Anthropologists report that this isn’t the case. According to the anthropology department at Palomar College, “In a sample of 850 societies, less than 20% preferred monogamy over other marriage patterns. ” Even the Bible itself has numerous examples of polygamy that appeared to be perfectly acceptable to God. I’ve covered some of those in the series One Man/One Woman Not.

I’m actually a big fan of Natural Law, when it can successfully be untangled from specific cultural mores. Much of my beliefs on immigration and the treatment of terrorism and criminal suspects can be explained by a reliance on my interpretation of Natural Law. I really do believe the words of the Declaration of Independence that “All men (humans) are created equal and endowed by their Creator with certain INALIENABLE rights.” I object to interpretations of Natural Law that are clearly contradicted by not only human history, but by the very Bible the Catholic Church claims to depend on.

I still appreciate many things about the Catholic Church, especially their stands on immigration, social teaching and that the Catholic Worker movement has a home in the Church.

I appreciate these things, but the amount of energy, money and in my view, intellectual dishonesty, they are spending on blocking marriage equality is too painful for me to remain. The Catholic Church has every right not to perform same-sex ceremonies. But they don’t have the right to enshrine their particular view of marriage in civil law. To me, this really is the same thing as Muslims, Jews, Hindus or whomever attempting to impose their particular take on a social institution as “God’s Law.” My guiding light is Jesus’ command to “Do unto others as you would have them do unto you.” On this basis, I would not want people of other faiths to enact their sect-specific prescriptions (no pork, no loan interest, lashes as punishment) into US civil law and so I don’t want my church to do so either.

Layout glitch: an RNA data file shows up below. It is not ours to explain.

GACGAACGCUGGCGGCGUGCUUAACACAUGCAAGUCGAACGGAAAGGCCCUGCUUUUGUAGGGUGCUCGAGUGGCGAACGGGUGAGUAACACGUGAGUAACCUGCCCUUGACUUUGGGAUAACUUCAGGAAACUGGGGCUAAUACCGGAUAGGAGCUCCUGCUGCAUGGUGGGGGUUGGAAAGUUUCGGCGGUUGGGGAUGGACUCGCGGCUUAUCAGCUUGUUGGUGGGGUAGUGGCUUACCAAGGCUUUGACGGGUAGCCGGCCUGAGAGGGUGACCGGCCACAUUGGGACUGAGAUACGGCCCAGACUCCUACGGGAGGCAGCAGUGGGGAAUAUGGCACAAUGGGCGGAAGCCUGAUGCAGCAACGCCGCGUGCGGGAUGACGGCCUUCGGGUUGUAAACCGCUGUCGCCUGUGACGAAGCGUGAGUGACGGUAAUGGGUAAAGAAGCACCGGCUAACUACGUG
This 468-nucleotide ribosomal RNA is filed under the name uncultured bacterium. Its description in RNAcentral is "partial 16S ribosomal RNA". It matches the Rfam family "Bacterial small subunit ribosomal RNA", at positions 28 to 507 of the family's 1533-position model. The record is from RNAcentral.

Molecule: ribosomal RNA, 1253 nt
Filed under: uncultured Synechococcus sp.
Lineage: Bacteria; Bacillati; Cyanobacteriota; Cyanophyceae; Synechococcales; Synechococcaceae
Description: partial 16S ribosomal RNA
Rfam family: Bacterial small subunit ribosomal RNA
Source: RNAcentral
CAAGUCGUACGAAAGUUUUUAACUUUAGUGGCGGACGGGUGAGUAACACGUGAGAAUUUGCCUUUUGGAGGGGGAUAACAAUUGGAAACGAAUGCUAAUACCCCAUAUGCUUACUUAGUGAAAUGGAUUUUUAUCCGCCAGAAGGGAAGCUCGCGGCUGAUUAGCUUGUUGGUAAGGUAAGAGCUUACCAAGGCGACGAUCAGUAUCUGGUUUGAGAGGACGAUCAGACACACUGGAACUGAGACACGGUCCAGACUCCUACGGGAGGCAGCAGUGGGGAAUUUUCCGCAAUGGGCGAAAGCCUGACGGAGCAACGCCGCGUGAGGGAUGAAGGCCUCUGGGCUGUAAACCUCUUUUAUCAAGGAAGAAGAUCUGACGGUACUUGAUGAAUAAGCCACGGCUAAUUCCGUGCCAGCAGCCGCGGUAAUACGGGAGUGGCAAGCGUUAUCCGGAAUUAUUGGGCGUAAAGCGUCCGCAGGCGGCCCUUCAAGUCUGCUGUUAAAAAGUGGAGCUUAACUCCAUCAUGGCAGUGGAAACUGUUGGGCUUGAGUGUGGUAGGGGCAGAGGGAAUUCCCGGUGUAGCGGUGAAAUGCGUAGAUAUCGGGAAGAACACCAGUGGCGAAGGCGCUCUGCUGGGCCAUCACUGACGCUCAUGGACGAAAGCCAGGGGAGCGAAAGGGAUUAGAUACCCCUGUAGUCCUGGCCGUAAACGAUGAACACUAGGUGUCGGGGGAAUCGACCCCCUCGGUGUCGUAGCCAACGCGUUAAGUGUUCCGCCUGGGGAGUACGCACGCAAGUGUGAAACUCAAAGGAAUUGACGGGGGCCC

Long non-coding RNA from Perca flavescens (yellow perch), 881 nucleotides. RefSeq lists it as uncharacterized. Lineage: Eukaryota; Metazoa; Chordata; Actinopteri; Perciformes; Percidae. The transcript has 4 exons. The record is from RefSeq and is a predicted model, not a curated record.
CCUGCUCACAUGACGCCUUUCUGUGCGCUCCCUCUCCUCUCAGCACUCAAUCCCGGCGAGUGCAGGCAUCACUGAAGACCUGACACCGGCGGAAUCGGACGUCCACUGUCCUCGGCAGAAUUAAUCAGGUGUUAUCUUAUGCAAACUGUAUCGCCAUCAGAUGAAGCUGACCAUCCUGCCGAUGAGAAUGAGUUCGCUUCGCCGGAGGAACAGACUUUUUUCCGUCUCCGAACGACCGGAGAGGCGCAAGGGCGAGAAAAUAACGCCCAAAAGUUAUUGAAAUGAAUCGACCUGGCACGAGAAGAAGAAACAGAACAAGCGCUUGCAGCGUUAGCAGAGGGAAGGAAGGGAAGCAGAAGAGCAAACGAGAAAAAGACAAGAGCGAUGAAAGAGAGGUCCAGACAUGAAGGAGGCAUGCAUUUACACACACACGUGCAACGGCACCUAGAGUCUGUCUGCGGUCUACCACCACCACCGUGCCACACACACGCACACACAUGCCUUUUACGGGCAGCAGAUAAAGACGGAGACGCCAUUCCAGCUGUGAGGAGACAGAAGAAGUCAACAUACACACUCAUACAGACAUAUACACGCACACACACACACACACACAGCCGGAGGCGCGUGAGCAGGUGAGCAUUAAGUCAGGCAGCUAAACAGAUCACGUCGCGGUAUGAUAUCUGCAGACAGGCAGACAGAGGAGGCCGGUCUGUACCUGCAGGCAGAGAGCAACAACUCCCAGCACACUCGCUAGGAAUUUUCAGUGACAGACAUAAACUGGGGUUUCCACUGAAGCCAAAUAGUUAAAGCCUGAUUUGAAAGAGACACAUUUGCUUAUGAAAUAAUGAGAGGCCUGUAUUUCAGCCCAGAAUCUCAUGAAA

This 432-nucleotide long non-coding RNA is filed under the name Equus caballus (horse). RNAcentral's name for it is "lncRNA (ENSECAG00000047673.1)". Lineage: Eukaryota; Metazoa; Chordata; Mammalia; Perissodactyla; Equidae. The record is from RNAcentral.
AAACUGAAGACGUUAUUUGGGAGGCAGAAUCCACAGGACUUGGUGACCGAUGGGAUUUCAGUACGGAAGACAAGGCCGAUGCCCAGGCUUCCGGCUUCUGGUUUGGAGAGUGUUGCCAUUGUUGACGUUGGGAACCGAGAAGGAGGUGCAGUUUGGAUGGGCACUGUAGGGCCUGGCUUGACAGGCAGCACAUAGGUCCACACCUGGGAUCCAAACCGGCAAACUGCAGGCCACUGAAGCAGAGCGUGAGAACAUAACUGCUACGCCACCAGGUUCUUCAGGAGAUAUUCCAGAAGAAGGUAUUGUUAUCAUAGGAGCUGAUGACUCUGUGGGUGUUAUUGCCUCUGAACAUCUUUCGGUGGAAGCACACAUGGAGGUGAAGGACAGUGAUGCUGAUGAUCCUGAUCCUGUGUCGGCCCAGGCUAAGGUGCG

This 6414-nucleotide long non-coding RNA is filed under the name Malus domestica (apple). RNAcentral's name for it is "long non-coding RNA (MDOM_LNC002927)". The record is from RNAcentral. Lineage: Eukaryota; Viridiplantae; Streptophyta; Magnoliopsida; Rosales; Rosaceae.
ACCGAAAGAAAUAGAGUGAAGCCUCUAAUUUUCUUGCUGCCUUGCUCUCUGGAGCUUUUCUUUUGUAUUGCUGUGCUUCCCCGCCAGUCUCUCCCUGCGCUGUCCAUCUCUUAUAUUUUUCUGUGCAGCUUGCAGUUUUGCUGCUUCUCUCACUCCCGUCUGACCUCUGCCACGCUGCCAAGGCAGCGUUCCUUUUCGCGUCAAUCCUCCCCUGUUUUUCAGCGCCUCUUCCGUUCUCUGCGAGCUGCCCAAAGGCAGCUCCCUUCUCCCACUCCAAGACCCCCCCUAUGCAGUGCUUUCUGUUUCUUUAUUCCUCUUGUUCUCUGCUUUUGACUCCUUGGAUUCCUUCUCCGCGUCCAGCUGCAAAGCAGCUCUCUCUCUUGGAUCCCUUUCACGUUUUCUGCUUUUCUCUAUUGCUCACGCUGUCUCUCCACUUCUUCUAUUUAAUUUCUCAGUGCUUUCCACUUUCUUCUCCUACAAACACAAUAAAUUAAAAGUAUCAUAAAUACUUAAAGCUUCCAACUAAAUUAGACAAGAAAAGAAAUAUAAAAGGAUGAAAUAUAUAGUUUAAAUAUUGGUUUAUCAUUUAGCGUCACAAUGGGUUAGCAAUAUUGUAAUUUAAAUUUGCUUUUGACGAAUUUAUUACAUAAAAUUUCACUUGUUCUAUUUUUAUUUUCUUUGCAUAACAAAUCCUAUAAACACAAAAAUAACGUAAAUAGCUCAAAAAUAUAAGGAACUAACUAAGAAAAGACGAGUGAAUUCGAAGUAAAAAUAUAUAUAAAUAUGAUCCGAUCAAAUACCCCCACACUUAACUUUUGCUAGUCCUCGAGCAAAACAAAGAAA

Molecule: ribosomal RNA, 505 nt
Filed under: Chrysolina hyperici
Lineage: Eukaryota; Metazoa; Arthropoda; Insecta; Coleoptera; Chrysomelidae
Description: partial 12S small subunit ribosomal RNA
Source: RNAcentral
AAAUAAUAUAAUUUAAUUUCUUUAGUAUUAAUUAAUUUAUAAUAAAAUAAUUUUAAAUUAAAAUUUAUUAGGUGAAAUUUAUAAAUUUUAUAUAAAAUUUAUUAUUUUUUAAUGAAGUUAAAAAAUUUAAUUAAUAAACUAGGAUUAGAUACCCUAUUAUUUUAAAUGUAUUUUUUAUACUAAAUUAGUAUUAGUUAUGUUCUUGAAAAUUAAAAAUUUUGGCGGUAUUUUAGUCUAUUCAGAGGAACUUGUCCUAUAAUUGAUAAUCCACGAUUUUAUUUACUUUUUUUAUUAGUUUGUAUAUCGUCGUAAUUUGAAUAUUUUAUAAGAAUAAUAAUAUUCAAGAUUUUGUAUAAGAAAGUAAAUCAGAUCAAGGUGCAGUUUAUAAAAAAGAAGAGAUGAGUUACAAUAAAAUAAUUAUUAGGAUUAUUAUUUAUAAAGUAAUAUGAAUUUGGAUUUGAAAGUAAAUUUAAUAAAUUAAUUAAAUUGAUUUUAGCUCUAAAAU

So I decided that I needed to find a church that more fully implements this broader view of the Golden Rule. For now I think I’ve found it in the Episcopal Church. I still occasionally attend the Catholic Cathedral. My wife is still Catholic and is a lector, as I once was. I attend when she reads, but I don’t go up to communion anymore because as the Catholic Church itself says, that would reflect a unity that does not exist. My wife is respectful of my decision and I’m not pressuring her to leave the Catholic Church.

References:

US Conference of Catholic Bishops “Defense of Marriage” website – http://old.usccb.org/defenseofmarriage/

Natural Law (Wikipedia) – http://en.wikipedia.org/wiki/Natural_law

Ethics Tradition in Natural Law (Stanford Encyclopedia of Philosophy) – http://plato.stanford.edu/entries/natural-law-ethics/

Cardinal condemns Prop 8 judgment. Catholic Herald, 8/9/2010. http://www.catholicherald.co.uk/news/2010/08/09/cardinal-condemns-prop-8-judgment/

Marriage Rules, Part I (Palomar College Department of Anthropology) – http://anthro.palomar.edu/marriage/marriage_3.htm

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8 Responses